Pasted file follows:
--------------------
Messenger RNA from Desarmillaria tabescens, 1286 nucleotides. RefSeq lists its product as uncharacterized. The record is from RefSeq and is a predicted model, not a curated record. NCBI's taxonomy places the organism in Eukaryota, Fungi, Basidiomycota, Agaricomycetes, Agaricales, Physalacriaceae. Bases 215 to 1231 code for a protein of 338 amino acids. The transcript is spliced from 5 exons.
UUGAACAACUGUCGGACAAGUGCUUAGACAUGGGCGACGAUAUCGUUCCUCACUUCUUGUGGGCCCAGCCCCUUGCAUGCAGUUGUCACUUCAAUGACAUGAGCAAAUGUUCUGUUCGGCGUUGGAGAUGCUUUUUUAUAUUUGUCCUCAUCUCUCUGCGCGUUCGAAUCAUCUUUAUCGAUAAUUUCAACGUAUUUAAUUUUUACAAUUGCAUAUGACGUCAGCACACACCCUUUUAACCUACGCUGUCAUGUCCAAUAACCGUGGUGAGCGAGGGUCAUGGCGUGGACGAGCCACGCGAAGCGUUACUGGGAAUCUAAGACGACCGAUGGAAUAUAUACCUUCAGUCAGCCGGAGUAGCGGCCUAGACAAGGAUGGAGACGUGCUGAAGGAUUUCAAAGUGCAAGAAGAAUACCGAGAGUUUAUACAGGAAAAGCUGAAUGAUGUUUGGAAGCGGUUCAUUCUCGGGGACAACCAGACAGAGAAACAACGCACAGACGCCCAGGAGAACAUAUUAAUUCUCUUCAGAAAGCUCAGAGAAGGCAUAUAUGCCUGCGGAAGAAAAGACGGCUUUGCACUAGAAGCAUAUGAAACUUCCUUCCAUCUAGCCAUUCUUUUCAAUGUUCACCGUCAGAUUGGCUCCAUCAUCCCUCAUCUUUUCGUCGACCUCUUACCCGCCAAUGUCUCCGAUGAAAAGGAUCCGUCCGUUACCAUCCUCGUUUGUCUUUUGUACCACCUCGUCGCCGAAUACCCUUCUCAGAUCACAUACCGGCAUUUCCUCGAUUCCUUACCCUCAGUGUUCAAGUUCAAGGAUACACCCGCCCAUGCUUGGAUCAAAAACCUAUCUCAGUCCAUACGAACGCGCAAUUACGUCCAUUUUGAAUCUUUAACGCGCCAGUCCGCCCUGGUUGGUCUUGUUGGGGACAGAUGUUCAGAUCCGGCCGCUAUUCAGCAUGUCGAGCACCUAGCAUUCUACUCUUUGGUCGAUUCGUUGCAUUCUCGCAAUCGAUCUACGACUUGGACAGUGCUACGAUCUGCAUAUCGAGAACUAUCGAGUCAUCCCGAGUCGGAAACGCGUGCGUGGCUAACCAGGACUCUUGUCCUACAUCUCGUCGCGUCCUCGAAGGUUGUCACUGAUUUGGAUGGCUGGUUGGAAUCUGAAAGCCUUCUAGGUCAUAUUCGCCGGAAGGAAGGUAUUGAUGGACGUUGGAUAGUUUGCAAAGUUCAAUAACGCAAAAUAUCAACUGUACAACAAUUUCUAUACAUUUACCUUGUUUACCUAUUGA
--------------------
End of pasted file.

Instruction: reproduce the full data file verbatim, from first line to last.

Messenger RNA from Desarmillaria tabescens, 1286 nucleotides. RefSeq lists its product as uncharacterized. The record is from RefSeq and is a predicted model, not a curated record. NCBI's taxonomy places the organism in Eukaryota, Fungi, Basidiomycota, Agaricomycetes, Agaricales, Physalacriaceae. Bases 215 to 1231 code for a protein of 338 amino acids. The transcript is spliced from 5 exons.
UUGAACAACUGUCGGACAAGUGCUUAGACAUGGGCGACGAUAUCGUUCCUCACUUCUUGUGGGCCCAGCCCCUUGCAUGCAGUUGUCACUUCAAUGACAUGAGCAAAUGUUCUGUUCGGCGUUGGAGAUGCUUUUUUAUAUUUGUCCUCAUCUCUCUGCGCGUUCGAAUCAUCUUUAUCGAUAAUUUCAACGUAUUUAAUUUUUACAAUUGCAUAUGACGUCAGCACACACCCUUUUAACCUACGCUGUCAUGUCCAAUAACCGUGGUGAGCGAGGGUCAUGGCGUGGACGAGCCACGCGAAGCGUUACUGGGAAUCUAAGACGACCGAUGGAAUAUAUACCUUCAGUCAGCCGGAGUAGCGGCCUAGACAAGGAUGGAGACGUGCUGAAGGAUUUCAAAGUGCAAGAAGAAUACCGAGAGUUUAUACAGGAAAAGCUGAAUGAUGUUUGGAAGCGGUUCAUUCUCGGGGACAACCAGACAGAGAAACAACGCACAGACGCCCAGGAGAACAUAUUAAUUCUCUUCAGAAAGCUCAGAGAAGGCAUAUAUGCCUGCGGAAGAAAAGACGGCUUUGCACUAGAAGCAUAUGAAACUUCCUUCCAUCUAGCCAUUCUUUUCAAUGUUCACCGUCAGAUUGGCUCCAUCAUCCCUCAUCUUUUCGUCGACCUCUUACCCGCCAAUGUCUCCGAUGAAAAGGAUCCGUCCGUUACCAUCCUCGUUUGUCUUUUGUACCACCUCGUCGCCGAAUACCCUUCUCAGAUCACAUACCGGCAUUUCCUCGAUUCCUUACCCUCAGUGUUCAAGUUCAAGGAUACACCCGCCCAUGCUUGGAUCAAAAACCUAUCUCAGUCCAUACGAACGCGCAAUUACGUCCAUUUUGAAUCUUUAACGCGCCAGUCCGCCCUGGUUGGUCUUGUUGGGGACAGAUGUUCAGAUCCGGCCGCUAUUCAGCAUGUCGAGCACCUAGCAUUCUACUCUUUGGUCGAUUCGUUGCAUUCUCGCAAUCGAUCUACGACUUGGACAGUGCUACGAUCUGCAUAUCGAGAACUAUCGAGUCAUCCCGAGUCGGAAACGCGUGCGUGGCUAACCAGGACUCUUGUCCUACAUCUCGUCGCGUCCUCGAAGGUUGUCACUGAUUUGGAUGGCUGGUUGGAAUCUGAAAGCCUUCUAGGUCAUAUUCGCCGGAAGGAAGGUAUUGAUGGACGUUGGAUAGUUUGCAAAGUUCAAUAACGCAAAAUAUCAACUGUACAACAAUUUCUAUACAUUUACCUUGUUUACCUAUUGA